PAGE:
What does it mean when a publisher or distributor says that the things they sell are “creator owned”?
It’s a great question, but (surprise!) it doesn’t have a simple or straightforward answer.
That’s because “creator owned” isn’t a legal term. There isn’t a legal definition of what the phrase means, and because there isn’t a legal definition, its definition can differ from contract to contract.
I find it helpful to think of “creator owned” as a marketing term (à la “graphic novel”) that publishers can use to tell fans how much control the creator has over his or her work. It’s also a way for publishers to tell creators what to expect if they work together.
That doesn’t mean I think “creator owned” is a bad term. As long as you and the publisher are on the same page about what it means, it can be helpful shorthand for explaining your relationship.
To make sure you and your publisher are on the same page, read your contract carefully and think through the following questions.
“Owned” What, Exactly?
My assumption when I see the term “creator owned” is that the publisher has a license to the work and the creator keeps her copyright in the work.
As long as the work you’re creating isn’t a work made for hire, you own the copyright in the work you create as soon as you create it. You can give other people the right to use your work with a license, or you can sell your copyright to someone else by transferring or assigning it.
If you transfer or assign your copyright to someone else, you no longer own it. If you license the work, you still own the copyright, but depending on what the license says, you may be agreeing not to do certain things with the work for a period of time or in a particular place.
If what you want to own is your copyright, you do not want to assign your copyright to someone else.
If you do assign your copyright to someone else, they’ll own it. If they own it, they get to decide how the work is used, where it’s published, and who gets to create things works based on it. The US Copyright Act does give you the right to cancel an assignment 35 years after you make it, but that’s 35 years of you not owning the copyright.
Pro Tip Regardless of whether you license your work or assign the copyright to the publisher, your contract should have explicit instructions detailing how the rights can revert to you if the publisher is no longer using them.
So if the contract you’re looking at has you assign your copyright to the publisher, can the work still be “creator owned”? That depends on what it is you’re interested in owning.
Money? If the contract grants you royalties (and it should), you have the right to be paid those royalties. I hesitate to say you’re “own the right to be paid” because that kind of right isn’t separate from the contract. It’s an important right, don’t get me wrong, but it’s not what I usually think of as “ownership.”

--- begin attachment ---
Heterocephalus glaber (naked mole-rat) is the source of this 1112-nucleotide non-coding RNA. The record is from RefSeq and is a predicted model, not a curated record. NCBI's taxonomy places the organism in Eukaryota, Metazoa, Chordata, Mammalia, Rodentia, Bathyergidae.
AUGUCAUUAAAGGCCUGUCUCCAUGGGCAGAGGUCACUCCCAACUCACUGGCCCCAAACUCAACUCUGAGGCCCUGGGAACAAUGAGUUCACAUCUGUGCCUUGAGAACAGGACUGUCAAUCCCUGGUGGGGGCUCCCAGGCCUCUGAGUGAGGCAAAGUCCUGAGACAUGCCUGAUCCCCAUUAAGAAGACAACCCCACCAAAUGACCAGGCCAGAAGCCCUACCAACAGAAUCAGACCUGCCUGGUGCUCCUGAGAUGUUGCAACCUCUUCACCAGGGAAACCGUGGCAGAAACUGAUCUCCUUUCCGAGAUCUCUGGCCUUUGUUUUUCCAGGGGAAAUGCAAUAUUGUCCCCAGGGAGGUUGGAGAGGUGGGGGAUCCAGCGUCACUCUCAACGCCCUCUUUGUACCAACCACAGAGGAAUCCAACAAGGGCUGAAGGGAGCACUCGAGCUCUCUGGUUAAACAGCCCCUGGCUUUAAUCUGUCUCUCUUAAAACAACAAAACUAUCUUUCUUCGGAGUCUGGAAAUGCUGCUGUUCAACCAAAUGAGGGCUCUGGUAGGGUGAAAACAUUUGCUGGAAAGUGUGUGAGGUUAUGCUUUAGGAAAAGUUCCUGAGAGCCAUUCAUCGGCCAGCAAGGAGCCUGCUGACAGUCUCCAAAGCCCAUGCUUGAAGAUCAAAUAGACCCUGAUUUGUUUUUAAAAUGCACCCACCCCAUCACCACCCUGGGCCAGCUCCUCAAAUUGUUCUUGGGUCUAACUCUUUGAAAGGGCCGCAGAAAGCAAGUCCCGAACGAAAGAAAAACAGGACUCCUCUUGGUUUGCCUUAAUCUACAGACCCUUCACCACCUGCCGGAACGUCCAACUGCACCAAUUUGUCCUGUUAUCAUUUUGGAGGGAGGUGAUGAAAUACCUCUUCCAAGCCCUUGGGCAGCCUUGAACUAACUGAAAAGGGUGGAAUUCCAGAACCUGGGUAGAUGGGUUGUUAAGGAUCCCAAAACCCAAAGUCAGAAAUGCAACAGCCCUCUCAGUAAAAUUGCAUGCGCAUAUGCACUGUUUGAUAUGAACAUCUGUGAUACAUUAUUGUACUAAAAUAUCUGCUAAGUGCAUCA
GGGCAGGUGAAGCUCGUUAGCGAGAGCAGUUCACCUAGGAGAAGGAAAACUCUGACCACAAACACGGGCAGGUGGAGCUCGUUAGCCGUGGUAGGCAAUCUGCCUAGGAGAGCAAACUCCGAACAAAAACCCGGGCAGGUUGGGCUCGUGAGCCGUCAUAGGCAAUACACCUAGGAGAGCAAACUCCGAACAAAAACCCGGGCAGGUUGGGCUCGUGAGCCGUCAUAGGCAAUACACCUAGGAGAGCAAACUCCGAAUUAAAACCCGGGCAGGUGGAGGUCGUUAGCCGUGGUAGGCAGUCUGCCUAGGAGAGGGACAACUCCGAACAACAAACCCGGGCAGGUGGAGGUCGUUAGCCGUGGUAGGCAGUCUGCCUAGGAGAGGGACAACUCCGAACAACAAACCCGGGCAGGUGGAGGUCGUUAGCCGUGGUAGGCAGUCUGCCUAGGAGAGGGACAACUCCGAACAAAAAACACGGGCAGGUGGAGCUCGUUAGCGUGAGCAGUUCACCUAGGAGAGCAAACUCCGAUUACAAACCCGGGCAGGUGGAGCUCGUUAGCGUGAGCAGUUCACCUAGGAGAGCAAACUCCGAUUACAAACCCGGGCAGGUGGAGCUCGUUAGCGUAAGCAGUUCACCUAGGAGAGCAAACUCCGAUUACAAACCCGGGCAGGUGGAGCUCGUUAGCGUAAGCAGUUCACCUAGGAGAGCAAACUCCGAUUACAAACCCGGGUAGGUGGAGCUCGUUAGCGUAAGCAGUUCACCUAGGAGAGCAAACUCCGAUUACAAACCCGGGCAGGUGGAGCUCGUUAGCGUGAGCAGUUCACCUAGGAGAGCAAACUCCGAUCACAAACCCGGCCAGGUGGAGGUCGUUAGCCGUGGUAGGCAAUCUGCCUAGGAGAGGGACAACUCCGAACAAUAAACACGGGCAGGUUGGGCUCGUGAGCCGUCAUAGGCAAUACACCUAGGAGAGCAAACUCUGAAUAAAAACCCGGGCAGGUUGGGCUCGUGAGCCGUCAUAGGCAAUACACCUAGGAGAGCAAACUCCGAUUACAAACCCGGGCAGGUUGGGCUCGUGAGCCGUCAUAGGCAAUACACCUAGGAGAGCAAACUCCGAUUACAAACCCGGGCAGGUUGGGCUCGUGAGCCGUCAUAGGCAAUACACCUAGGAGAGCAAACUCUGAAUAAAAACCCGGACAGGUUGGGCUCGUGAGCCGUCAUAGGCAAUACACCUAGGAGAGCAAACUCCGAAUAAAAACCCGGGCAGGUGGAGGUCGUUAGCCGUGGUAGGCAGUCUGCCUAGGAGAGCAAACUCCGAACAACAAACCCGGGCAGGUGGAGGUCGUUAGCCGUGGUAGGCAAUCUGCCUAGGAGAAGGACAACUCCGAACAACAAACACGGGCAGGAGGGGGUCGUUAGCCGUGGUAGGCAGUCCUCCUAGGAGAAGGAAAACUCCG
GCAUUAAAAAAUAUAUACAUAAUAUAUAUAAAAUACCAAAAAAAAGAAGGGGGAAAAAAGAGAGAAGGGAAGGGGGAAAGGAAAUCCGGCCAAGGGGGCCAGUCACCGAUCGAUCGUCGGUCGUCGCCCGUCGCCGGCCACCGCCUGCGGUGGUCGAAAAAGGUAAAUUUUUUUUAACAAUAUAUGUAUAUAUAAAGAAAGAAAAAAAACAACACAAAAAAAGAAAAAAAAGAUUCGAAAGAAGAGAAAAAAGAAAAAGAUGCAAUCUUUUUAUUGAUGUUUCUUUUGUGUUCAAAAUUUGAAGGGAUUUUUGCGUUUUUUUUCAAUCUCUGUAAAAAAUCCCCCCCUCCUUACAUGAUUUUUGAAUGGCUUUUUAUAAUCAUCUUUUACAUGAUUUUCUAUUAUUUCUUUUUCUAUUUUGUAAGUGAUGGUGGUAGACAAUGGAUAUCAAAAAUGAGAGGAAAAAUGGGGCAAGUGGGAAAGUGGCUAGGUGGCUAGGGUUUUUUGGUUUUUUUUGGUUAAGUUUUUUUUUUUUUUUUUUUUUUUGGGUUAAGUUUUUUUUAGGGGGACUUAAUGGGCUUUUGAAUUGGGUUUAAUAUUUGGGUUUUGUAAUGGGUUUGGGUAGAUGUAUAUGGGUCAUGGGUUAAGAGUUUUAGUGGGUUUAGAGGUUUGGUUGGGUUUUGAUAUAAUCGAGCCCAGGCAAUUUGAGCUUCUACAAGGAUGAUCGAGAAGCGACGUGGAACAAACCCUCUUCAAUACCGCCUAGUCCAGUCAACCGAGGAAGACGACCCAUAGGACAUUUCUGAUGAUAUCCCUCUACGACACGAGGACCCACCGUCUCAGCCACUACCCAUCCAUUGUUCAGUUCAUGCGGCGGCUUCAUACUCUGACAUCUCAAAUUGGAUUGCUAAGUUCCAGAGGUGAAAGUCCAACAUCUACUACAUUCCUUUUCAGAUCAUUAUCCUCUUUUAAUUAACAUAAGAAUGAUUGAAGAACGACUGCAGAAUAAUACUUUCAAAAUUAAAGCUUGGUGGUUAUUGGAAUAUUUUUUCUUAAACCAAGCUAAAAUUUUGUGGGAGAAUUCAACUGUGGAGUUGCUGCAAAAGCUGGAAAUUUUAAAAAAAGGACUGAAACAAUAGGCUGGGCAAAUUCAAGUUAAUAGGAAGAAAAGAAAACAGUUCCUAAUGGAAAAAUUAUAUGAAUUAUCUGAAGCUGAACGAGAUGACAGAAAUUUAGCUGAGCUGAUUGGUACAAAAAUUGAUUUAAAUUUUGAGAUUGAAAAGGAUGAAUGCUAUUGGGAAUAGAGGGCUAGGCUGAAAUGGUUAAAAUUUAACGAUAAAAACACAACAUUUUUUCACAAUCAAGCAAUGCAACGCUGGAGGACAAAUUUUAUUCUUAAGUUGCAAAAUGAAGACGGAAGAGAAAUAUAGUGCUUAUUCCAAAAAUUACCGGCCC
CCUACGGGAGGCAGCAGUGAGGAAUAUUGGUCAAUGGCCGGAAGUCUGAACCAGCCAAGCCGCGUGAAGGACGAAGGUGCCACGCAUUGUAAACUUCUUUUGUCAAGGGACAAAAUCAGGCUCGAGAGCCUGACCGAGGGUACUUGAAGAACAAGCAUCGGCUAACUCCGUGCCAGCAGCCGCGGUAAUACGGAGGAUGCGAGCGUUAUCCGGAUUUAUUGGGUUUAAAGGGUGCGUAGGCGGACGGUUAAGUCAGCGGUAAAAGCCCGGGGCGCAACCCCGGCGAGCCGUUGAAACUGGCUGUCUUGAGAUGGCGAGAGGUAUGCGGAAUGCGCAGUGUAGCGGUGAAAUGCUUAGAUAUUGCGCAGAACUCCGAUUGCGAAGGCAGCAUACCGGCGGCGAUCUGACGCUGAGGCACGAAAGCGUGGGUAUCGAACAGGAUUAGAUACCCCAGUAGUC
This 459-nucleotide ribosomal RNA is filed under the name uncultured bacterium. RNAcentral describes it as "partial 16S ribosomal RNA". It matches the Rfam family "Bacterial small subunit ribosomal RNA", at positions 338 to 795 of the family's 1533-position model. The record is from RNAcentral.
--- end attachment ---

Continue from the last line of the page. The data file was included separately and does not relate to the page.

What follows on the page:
Things? Some publishers will give you a certain number of copies of whatever it is they publish using your work and may allow you to buy additional copies at a reduced price. If your contract promises you copies of your work, you will own those physical objects, but pay attention to what the contract says you can do with them. Some contracts won’t let you sell those copies. If you want the right to sell the copies at cons or on your website, you’ll need to adjust the contract. Again, this isn’t my idea of what “creator owned” means.
Other parts of the copyright? If a contract has you assign a portion of your copyright, you only forfeit ownership of that specific portion of the copyright.
How can you assign part of a copyright? Copyright is actually a whole bunch of rights. Lawyers often use the analogy of a bundle of sticks: the bundle is “the” copyright and the individual sticks are the rights that make up a copyright. You can give someone one of those sticks and keep the rest.
Let’s say that the contract says you “transfer and assign” the exclusive right to publish your work as a comic book in English, throughout the world. You no longer own the right to create and sell an English language version of the comic, the publisher does.
But you still own the rights to make a movie; make a comic book in any other language; and even create and sell merchandise based on your story. You still own the rights to do a lot of different things with your work, but you’ve sold certain rights to someone else. You and the publisher both own parts of the copyright in the work.
Pro Tip If you sell part of the copyright be extra special clear about what that means. If they have the right to create a comic book in English, do they also have the right to create merch based on the comic? Do they get to create derivate works based on the comic? What kinds of derivative works?
Doing a creator owned book with a publisher can be a rewarding and satisfying arrangement. But in order for you to make sure you’re getting the most out of the relationship, you have to make sure that what you think “creator owned” means and what the publisher thinks “creator owned” means are the same.
What are your experiences with “creator owned” agreements? Have you run into “creator owned” contracts that handle the rights differently than what I mention here?
Categories: Making Sense of Contracts